There are a lot of things that happen regularly in comics that I've never really understood, and chief among them has been the sheer number of superhero crossovers with Aliens and Predator. I mean, I understand wanting to see Aliens and Predators fight each other because they're both these mysterious, lethal alien enemies, where one's a cunning, vicious hunter and the other's an almost mindless biologically driven killing machine, a natural contrast that makes them cool opponents for each other and a deadly combination for anyone who gets trapped between them. The thing I don't get is why you'd want to throw Superman or Batman in there, if only because of the sheer amount of storytelling gymnastics you have to do to make it work. And yet, they happen all the time, and I have long since accepted that it's Just Not My Thing.
And then I read Predator vs. Judge Dredd vs. Aliens, and now I get it. Mostly because the first story in this collection ends with Dredd taking off his shirt (while leaving his helmet on, of course), and fighting the Predator with a knife.
The way I've always understood anthology series is that you never want every story to end at the same time, because the idea is that by chaining everything together, the reader never has a chance to jump off. That might sound mercenary, but really, it's just simple economics: If everything you're into ends all at once, then you've got a lot less incentive to come back for the next issue. Right? Right.
Well, it seems that last week's issue of 2000 AD went against that little bit of conventional wisdom by capping off every story that they had going so that they could set up this week's offering: Their 1900th issue, which celebrates the milestone by launching three new stories, and provides a perfect jumping-on point. If you haven't been reading 2000 AD and want to see what all the fuss is about, this is the issue to get -- and you should definitely get it, because all three stories are pretty awesome.
One of the things that I've really come to appreciate ever since I jumped into the world of Judge Dredd is just how easy 2000 AD has made it. The publisher's got massive reprints of Dredd from the very beginning; they've got downloadable digital comics that are easy to buy (and that you can actually keep like any other downloaded file); and they're putting out compilations built around themes that can give to the start of a pretty comprehensive overview of Dredd history. Basically, it has never been easier to read 200 pages of comics about people having sex with robots.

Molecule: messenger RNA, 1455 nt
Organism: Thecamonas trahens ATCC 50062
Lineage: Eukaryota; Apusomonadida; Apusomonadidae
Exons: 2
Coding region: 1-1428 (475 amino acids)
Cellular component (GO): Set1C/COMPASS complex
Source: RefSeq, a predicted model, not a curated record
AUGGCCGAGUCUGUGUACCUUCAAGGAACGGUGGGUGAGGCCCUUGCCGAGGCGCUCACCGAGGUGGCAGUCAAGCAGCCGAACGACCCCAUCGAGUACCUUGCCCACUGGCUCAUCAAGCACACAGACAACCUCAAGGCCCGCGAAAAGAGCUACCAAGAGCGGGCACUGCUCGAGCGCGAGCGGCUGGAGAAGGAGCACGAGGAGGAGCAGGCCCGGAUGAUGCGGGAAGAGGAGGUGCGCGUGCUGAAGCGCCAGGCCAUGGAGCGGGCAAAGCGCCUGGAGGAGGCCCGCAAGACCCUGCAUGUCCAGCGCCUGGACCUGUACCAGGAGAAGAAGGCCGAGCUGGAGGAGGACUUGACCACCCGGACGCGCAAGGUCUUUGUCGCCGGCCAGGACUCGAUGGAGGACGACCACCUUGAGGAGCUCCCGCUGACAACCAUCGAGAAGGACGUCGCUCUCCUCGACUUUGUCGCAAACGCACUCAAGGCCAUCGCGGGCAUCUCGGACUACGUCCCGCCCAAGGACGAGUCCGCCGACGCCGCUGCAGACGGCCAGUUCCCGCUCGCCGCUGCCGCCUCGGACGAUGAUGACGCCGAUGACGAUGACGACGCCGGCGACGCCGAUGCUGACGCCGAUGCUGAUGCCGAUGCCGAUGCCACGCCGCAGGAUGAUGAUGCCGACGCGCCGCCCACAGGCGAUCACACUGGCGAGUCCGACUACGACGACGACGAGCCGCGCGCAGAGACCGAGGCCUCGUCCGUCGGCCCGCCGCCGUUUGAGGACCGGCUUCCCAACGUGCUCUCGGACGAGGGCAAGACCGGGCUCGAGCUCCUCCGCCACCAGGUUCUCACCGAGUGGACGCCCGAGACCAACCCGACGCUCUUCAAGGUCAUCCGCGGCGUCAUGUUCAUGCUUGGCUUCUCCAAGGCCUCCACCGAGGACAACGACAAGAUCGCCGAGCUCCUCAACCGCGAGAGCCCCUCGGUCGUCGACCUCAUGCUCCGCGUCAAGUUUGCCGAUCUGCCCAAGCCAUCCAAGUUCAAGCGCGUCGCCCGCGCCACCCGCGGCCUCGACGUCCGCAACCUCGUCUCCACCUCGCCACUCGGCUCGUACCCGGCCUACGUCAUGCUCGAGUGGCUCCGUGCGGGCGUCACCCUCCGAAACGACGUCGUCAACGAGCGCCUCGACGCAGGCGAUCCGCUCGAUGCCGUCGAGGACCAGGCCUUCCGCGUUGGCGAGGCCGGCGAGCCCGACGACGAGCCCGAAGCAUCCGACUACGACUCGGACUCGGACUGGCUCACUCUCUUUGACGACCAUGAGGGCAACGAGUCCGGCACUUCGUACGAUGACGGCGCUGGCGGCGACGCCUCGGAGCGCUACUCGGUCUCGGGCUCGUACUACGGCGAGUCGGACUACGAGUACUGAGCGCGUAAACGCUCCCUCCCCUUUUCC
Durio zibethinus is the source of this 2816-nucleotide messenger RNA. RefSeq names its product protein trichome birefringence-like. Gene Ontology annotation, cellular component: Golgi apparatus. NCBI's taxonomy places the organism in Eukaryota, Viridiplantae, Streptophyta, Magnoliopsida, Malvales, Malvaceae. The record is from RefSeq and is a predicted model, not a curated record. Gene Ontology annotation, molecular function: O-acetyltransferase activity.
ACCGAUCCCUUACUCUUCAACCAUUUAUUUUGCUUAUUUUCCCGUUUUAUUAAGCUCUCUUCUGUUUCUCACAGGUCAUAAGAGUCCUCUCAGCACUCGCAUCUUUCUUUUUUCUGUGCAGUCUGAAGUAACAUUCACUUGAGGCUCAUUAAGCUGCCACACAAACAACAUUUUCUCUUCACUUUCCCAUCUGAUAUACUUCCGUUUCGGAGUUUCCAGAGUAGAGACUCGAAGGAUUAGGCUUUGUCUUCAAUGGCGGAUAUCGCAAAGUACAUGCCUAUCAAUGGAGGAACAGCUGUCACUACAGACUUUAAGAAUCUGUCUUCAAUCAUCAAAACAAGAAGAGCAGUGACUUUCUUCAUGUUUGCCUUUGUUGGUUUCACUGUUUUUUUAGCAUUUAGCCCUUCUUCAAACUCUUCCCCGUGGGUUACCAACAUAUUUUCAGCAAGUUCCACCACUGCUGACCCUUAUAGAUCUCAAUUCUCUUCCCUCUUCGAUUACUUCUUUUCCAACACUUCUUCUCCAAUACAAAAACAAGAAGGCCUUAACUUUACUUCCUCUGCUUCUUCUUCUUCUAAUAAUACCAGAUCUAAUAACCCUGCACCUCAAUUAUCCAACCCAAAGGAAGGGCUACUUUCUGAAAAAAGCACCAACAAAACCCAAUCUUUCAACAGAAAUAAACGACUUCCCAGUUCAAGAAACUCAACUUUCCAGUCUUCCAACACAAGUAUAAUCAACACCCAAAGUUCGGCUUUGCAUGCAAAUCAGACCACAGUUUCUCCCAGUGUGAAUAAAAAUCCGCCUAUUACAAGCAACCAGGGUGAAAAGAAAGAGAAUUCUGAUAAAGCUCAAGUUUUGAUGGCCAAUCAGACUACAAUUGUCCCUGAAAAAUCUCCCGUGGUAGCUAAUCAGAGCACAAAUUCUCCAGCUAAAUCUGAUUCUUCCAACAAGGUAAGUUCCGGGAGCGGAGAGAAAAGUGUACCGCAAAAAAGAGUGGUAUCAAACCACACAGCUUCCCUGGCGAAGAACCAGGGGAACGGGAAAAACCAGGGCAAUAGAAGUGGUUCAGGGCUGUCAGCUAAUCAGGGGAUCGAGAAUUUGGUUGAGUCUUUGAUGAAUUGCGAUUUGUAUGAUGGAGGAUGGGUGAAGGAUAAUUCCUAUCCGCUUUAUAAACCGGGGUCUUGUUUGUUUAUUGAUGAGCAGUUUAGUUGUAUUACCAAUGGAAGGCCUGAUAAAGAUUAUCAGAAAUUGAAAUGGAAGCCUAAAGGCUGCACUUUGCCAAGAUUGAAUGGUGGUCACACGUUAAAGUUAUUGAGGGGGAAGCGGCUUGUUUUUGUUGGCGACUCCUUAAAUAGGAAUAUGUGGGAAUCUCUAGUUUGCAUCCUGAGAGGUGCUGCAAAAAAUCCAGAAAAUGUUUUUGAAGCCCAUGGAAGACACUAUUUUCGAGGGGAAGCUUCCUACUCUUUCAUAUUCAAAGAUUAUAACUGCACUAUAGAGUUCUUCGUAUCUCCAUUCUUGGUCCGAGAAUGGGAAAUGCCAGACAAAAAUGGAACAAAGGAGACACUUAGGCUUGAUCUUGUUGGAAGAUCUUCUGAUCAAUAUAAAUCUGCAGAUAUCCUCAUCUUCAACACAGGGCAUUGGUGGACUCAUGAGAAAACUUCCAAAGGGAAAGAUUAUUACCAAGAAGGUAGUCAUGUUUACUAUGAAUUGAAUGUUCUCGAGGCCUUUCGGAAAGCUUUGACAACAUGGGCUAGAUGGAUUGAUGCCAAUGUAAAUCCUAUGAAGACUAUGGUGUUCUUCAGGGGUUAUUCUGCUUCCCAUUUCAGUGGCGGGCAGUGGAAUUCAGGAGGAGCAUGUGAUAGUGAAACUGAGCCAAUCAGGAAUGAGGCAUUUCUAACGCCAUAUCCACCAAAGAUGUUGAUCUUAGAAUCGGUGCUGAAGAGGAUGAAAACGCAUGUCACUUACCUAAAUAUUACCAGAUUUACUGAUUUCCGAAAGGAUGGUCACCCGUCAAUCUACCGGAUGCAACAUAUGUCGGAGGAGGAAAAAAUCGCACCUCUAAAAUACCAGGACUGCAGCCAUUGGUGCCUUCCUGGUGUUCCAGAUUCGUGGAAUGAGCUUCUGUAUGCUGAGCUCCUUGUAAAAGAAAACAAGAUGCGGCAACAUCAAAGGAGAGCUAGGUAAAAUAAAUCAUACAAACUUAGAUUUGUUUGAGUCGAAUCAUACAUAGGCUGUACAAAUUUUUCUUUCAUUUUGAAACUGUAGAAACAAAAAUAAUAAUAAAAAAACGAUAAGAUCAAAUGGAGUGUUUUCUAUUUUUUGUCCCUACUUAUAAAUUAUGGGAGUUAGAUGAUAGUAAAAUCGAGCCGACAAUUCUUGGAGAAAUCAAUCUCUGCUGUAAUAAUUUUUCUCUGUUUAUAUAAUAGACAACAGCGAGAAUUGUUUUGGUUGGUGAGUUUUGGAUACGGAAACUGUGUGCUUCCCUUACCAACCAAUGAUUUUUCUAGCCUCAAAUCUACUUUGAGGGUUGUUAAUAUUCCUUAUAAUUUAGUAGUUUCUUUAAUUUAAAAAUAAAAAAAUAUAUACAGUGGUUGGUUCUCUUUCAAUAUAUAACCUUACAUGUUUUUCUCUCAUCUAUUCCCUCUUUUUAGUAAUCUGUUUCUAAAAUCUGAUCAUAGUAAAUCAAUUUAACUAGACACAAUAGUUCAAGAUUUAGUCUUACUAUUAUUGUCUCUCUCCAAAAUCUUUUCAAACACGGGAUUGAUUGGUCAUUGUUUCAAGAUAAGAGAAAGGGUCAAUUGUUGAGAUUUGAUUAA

That is, more or less, the subject matter of Judge Dredd: The XXX Files, the new collection on sale this week which compiles two dozen stories that take the concept of Thrillpower into a decidedly adult direction. And while I'm not sure if it's a great place for people who are brand new to Dredd's world -- it's more than a little overwhelming at times -- it has a bunch of truly fantastic comics.
In theory, Judge Dredd: Day of Chaos should be everything I hate about big event comics. It goes out of its way to be grim and dark even by Dredd standards, boasting a body count over 300 million, features a protagonist who's often powerless to stop the terrible things that are going on, and the only person who really comes out of it with anything that remotely resembles a victory is a mass murderer. It's almost thoroughly devoid of hope, with a focus on brutality and horror that's telegraphed from the opening. Half of it's built like a zombie story, and in true 21st century event comic fashion, there's even a dude who gets his arm cut off.
Taken all together, that's essentially a checklist of things I never want to see again in superhero comics. In Day of Chaos, however, that all comes together to form a textbook example of how to do event comics right.
Fans who are now accustomed to reading their Judge Dredd in color, thanks to IDW's new series by writer Duane Swierczynski and artist Nelson Daniel, can breathe easy. Starting with a Free Comic Book Day issue May 4, the publisher i
I've been meaning to get more into Judge Dredd for a while now. I picked up a few of the classic stories back in October with the beautifully designed collections of The Dark Judges and The Cursed Earth, and I've read bits and pieces from the issues of 2000 AD that I come across, but to be honest, it can be difficult to figure out a place to really jump in.
But then, a copy of the new printing of John Wagner and Carlos Ezquerra's Origins showed up at my house courtesy of 2000 AD, and
Okay. You've watched the trailer for Dredd, the upcoming feature film featuring Britain's own Judge Dredd of 2000 AD fame. You're digging the kind of authoritarian/Dirty Harry thing Dredd has going on. It's pretty cool, I agree, but you want to see a
British film magazine Empire has an impressive array of new photographs from the set of Dredd, the forthcoming film based on the irrepressible 2000 A.D. character Judge Dredd created by John Wagner and Carlos Ezquerra. The film s
In a shocking display of a comics creator using social networking to engage his audience rather than broadcasting his disdain for them, John Wagner invited fans to query him via Facebook on the progress of Dredd, the new film based on his and Carlo
The new Judge Dredd film is off to an auspicious start: "Star Trek's" Karl Urban in the title role, a script by "28 Days Later" and "Sunshine" writer Alex Garland, co-creator John Wagner on board, and $30 million in the bank
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